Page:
• What is apparent before the opening? Any relevant announcements or economic data, news stories, or carry over momentum from Asian and European trading.
    • What are my expectations with regards to market direction, intensity of the move(s)?
    • What strategies will I employ, which risk management profile will I use?
    • What indicators will I look towards for signals?
    • How will I 'tweak' my strategies to fit a change in market mood?

    There is also an often unspoken pre-market checklist that needs to be acknowledged and given a place at the table. We are a part of the market and in our very own small but collective way contribute to market moods. Therefore taking note of our physical and emotional status is also important.

    Having a clear picture of one's own relationship with money is critical and failure to include it as a part of your daily checklist may keep you on a perpetual search for success.

    From my bio I wrote:

    In the midst of the many economic storms currently swirling around the globe, making decisions is often swayed by crowd behavior or panic as prices race in both directions. Opportunities present themselves during chaotic, panic driven times. Opportunities often missed due to all the "noise". As a Market Maker on the San Francisco, Amsterdam, and London options trading floors I studied the psychology both employed and self-employed by the most successful traders. Most if not all-successful traders have the ability to stand within the chaos and pull out opportunities without succumbing to the panic itself.

    This ability was an early "master" lesson I learned and employed to great success. However, I have also felt the nasty crash and burn when I self sabotaged myself into failing. I miscalculated the nuisances of having to move off a trading floor "open out-cry" system to a computer screen that represented the trading pit and a keyboard to execute orders instead of my voice and pieces of paper.

    I don't know anybody that trades to lose money, but I'll be damned if that isn't what happens to more and more well intentioned souls. The emotional blocks that surround the 'blame game' are at times better protected than Fort Knox, and I say this from personal experience.

    As discussed in Wednesday's post there is a difference between knowing and caring. The knowing part of the equation is covered with the partial checklist above. The caring or emotional checklist carries as much weight as market awareness and has as detailed a checklist. Most of the time, the why not's of our emotions are usually embedded so deep in our brains that it can take several attempts to 'crack the code' so to speak. Gratefully, I can say it is possible to do. It took some time to realize that after I left the noise of the trading floor, the noise I was experiencing was primarily being created by me. This of course removed my focus from what was happening in the markets to whose fault it was that I was loosing again. It took several steps and persistence to get to the core but it is so often overlooked as unnecessary and that is the mistake. It takes strength to make friends with your unseen but strongly felt emotions. Make room for them at the table and listen responsibly and with accountability. I know, easier said than done, but it is essential. Paying for a trading coach to fine tune and implement a workable emotional checklist proved to be a wise investment for me.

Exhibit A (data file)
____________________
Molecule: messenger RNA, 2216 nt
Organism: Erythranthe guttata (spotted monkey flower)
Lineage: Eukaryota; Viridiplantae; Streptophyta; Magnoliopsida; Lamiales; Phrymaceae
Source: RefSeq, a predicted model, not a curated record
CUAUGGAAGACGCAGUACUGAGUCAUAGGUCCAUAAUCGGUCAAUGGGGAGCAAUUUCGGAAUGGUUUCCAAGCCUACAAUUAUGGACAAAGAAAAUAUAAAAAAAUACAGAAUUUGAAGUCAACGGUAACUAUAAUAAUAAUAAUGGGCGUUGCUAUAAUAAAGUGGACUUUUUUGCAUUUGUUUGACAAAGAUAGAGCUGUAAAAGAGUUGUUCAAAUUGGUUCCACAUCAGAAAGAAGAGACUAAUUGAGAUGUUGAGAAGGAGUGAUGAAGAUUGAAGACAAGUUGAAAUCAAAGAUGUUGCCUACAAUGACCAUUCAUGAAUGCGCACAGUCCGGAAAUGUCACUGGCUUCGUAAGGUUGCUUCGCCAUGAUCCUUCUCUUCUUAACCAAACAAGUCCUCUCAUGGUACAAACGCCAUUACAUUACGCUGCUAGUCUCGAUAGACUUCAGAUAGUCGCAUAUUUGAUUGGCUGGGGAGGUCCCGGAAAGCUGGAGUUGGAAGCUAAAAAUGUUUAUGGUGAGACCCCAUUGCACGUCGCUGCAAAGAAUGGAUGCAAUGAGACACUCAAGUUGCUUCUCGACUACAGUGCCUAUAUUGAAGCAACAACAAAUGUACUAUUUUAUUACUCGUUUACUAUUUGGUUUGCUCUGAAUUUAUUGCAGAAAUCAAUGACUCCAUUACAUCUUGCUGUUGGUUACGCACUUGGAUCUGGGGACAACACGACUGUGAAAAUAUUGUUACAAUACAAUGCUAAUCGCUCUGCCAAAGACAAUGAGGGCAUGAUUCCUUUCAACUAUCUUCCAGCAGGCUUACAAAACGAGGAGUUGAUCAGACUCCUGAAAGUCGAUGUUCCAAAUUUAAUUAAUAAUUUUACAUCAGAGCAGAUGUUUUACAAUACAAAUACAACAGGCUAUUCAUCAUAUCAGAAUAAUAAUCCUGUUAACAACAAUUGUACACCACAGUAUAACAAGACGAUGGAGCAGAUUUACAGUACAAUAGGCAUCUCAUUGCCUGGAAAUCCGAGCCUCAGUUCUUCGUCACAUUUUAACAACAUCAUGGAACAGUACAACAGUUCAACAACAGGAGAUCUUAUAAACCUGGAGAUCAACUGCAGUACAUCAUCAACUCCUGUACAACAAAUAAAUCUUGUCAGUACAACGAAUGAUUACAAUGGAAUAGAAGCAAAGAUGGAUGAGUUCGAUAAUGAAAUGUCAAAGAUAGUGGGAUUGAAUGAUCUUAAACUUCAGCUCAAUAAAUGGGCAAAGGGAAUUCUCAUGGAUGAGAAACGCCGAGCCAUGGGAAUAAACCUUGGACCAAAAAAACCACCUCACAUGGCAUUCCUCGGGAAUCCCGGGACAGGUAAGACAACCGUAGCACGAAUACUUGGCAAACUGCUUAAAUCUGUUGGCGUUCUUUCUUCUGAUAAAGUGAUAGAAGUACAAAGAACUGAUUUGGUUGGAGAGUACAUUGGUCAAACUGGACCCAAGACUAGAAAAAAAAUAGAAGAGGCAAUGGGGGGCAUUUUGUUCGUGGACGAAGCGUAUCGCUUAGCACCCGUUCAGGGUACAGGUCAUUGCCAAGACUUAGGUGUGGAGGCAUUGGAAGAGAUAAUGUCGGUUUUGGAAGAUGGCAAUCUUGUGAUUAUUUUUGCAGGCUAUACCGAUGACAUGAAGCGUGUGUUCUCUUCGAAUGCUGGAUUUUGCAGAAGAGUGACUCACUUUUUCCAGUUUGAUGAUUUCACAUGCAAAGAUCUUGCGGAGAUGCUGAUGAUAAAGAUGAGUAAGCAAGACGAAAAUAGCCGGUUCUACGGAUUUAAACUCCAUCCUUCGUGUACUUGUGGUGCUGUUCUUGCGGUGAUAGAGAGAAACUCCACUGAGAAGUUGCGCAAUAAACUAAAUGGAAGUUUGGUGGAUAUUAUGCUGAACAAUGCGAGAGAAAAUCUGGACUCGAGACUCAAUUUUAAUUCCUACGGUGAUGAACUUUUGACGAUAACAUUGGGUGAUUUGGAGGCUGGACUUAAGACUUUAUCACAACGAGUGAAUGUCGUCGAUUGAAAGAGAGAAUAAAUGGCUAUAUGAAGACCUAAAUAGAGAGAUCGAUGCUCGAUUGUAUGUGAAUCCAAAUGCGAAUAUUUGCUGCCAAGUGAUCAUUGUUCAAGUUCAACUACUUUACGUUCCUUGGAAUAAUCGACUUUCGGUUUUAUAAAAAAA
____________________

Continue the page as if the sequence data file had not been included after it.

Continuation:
The concept of trading the number continues to function in its pure form, but the time portion has grown in importance by a factor of well let's say billions. Time as a number is critical to strategy implementation. Data travels at the speed of light across fiber optic cables, which is a far cry from 5, 10 or15 years ago. Until the next set or rules and regulations are passed by a group of well meaning politico's trying to satisfy a growing army of disgruntled investors who haven't figured out yet that the blame game is more about them than the accused, we need to continue to be the 'gnat on the elephants ass.' Seriously, think about this, when haven't the markets been 'rigged' in favor of the overtly greedy players. Since they rarely have an original thought on trading the only way they can fulfill their ambition is to 'rig' the game in their favor.

    Thursday's pre-holiday trade presented its fair share of opportunities as traders quickly adjusted positions to get a jump-start on the long weekend. Options expiration was pushed forward a day due to the holiday and this added some volatility. Check out today's chart on NFLX over 4 trading days for trades and discussion.

    (click to enlarge)

    The current atmosphere remains prime for day trading. I expect there will be numerous opportunities from a growing list for both traders who approach the market from a bullish perspective as well as traders who approach the market from a bearish perspective.

    Remember the key is being able to reduce and separate the "noise" from opportunity. This takes knowing and executing a well-defined strategy and allows you to see opportunities amongst the "chaos" and by trusting the mechanics of your strategy, be able to take advantage of them.